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Is it really worth the risk of not investing in life and critical illness insurance?

June 19, 2018

Have you always avoided thinking about life and critical illness insurance? If so, you’re not alone. But by not taking the time to put the right protection in place, you could be putting your own future and your loved ones at risk.

It’s true it’s not the sunniest of topics, but studies have shown that only a fraction of people living in the UAE have life and critical illness cover, so it’s an important one.

Emiratis have the back-up of generous state benefits, including monthly payments for people who are widowed or left medically unfit to work. However, the expats who make up the majority of the population don’t have the luxury of this safety net, unless it’s part of their employment benefits package.  Even when there are some company benefits, these are often inadequate and less than might be expected.

If you have a family or dependents that rely on you, it’s important to take the time to consider your options to make sure they will be protected financially if something happens to you.

If you have a family or dependents that rely on you, it’s important to take the time to consider your options to make sure they will be protected financially if something happens to you.

Why you should consider buying life and critical illness cover

The key purpose of both life and critical illness insurance is to provide protection against loss of income. Life insurance is designed to alleviate the financial burden of your death on loved ones, while critical illness cover will help you and your family cope if you become seriously ill with a condition specified in the policy.

The conditions covered typically include cancer, heart disease, heart attacks, strokes and others such as kidney failure, Parkinson’s disease, paralysis and multiple sclerosis. Some less serious conditions may also be covered, with a smaller payout (more on that later).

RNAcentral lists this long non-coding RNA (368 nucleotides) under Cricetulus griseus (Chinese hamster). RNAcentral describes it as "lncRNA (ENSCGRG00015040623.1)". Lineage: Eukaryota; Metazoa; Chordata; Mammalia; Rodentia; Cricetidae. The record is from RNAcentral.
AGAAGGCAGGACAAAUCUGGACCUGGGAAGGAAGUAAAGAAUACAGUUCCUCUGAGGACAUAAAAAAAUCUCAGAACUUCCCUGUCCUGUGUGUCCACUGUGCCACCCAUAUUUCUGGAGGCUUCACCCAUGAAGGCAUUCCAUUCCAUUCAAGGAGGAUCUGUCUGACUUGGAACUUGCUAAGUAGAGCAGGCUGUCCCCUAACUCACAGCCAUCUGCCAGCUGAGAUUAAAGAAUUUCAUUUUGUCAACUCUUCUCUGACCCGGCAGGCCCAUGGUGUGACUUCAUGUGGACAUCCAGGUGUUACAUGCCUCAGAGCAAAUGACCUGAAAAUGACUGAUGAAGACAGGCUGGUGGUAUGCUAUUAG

Therefore if you have a spouse and children or other dependents, life insurance would provide a financial cushion for them if you die, while critical illness cover would ease the financial burden of serious illness.

If you’re single, life insurance might not be relevant. However you should still consider critical illness cover. The lump sum would help you cope with the sudden changes to your life that serious illness can bring, such as the need to make adjustments to your home or even relocate. It would also help you meet your living expenses if you were unable to work.

The harsh reality of your health risks

Of course, the risk of developing serious health conditions increases with age. The sobering reality is, though, that the vast majority of people in the UAE who claim on their critical illness insurance or die while covered by life insurance are under the age of 60. Many of them have a partner and children who rely on them and their income.

Cancer is the biggest reason for claims on both classes of insurance, followed by cardiovascular diseases. However when we break the trends down by gender, it’s women in particular who are affected by cancer, while cardiovascular diseases are the predominant cause of serious illness and mortality for men.

Cancer is the biggest reason for claims on both classes of insurance, followed by cardiovascular diseases.

Looking at the overall health statistics for the UAE from the World Health Organization (WHO), 65% of deaths are caused by non-communicable diseases (NCDs), including cardiovascular diseases, cancers, chronic respiratory diseases and diabetes. Around 23% of deaths are caused by injuries and 12% are due to other causes.

UAE residents over 30 face a 19% risk of premature death due to NCDs. Risk factors that can increase your chances of this include smoking, drinking alcohol, raised blood pressure and obesity. You can improve your health and lower your risk level by tackling bad habits and focusing on healthy living, including being more active. This might also help you secure more favourable premiums for life and critical illness coverage.

However you can never completely remove the risk. We’ve all heard tragic stories of apparently fit, healthy people collapsing and dying from a heart attack or stroke, losing their lives to cancer or becoming permanently disabled. Life and critical illness cover exist to soften the blow if the worst does happen.